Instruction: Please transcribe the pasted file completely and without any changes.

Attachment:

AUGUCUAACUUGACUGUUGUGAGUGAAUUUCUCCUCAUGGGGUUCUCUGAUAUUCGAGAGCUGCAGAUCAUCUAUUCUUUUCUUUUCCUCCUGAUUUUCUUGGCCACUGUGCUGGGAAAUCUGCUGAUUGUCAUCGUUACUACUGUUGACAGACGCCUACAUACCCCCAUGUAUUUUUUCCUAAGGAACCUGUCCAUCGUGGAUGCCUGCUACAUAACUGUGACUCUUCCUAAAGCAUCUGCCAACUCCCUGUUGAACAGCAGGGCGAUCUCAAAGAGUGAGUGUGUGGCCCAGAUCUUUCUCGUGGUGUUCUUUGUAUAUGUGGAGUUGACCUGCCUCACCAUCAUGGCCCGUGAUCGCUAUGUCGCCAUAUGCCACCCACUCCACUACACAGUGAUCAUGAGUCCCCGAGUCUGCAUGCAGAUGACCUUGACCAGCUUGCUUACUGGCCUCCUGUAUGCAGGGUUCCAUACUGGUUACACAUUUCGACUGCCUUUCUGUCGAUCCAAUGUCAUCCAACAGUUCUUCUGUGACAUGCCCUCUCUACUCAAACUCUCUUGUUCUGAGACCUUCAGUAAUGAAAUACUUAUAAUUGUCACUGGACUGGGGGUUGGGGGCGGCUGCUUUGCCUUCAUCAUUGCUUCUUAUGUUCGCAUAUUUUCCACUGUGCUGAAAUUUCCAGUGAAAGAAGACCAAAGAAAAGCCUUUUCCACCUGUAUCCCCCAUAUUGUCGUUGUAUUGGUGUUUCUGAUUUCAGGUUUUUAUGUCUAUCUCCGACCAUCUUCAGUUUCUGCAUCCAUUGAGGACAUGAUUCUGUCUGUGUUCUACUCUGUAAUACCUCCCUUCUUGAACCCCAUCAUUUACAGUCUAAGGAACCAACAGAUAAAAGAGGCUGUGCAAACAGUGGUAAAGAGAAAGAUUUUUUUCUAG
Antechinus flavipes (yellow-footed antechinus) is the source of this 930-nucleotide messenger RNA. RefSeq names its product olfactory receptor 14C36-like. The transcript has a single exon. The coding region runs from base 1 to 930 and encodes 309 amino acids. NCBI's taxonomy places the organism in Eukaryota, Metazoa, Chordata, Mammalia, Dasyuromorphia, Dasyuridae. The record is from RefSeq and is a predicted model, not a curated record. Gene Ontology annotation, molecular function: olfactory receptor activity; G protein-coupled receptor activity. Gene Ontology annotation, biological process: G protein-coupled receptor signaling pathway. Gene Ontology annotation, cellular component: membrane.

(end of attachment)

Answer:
AUGUCUAACUUGACUGUUGUGAGUGAAUUUCUCCUCAUGGGGUUCUCUGAUAUUCGAGAGCUGCAGAUCAUCUAUUCUUUUCUUUUCCUCCUGAUUUUCUUGGCCACUGUGCUGGGAAAUCUGCUGAUUGUCAUCGUUACUACUGUUGACAGACGCCUACAUACCCCCAUGUAUUUUUUCCUAAGGAACCUGUCCAUCGUGGAUGCCUGCUACAUAACUGUGACUCUUCCUAAAGCAUCUGCCAACUCCCUGUUGAACAGCAGGGCGAUCUCAAAGAGUGAGUGUGUGGCCCAGAUCUUUCUCGUGGUGUUCUUUGUAUAUGUGGAGUUGACCUGCCUCACCAUCAUGGCCCGUGAUCGCUAUGUCGCCAUAUGCCACCCACUCCACUACACAGUGAUCAUGAGUCCCCGAGUCUGCAUGCAGAUGACCUUGACCAGCUUGCUUACUGGCCUCCUGUAUGCAGGGUUCCAUACUGGUUACACAUUUCGACUGCCUUUCUGUCGAUCCAAUGUCAUCCAACAGUUCUUCUGUGACAUGCCCUCUCUACUCAAACUCUCUUGUUCUGAGACCUUCAGUAAUGAAAUACUUAUAAUUGUCACUGGACUGGGGGUUGGGGGCGGCUGCUUUGCCUUCAUCAUUGCUUCUUAUGUUCGCAUAUUUUCCACUGUGCUGAAAUUUCCAGUGAAAGAAGACCAAAGAAAAGCCUUUUCCACCUGUAUCCCCCAUAUUGUCGUUGUAUUGGUGUUUCUGAUUUCAGGUUUUUAUGUCUAUCUCCGACCAUCUUCAGUUUCUGCAUCCAUUGAGGACAUGAUUCUGUCUGUGUUCUACUCUGUAAUACCUCCCUUCUUGAACCCCAUCAUUUACAGUCUAAGGAACCAACAGAUAAAAGAGGCUGUGCAAACAGUGGUAAAGAGAAAGAUUUUUUUCUAG
Antechinus flavipes (yellow-footed antechinus) is the source of this 930-nucleotide messenger RNA. RefSeq names its product olfactory receptor 14C36-like. The transcript has a single exon. The coding region runs from base 1 to 930 and encodes 309 amino acids. NCBI's taxonomy places the organism in Eukaryota, Metazoa, Chordata, Mammalia, Dasyuromorphia, Dasyuridae. The record is from RefSeq and is a predicted model, not a curated record. Gene Ontology annotation, molecular function: olfactory receptor activity; G protein-coupled receptor activity. Gene Ontology annotation, biological process: G protein-coupled receptor signaling pathway. Gene Ontology annotation, cellular component: membrane.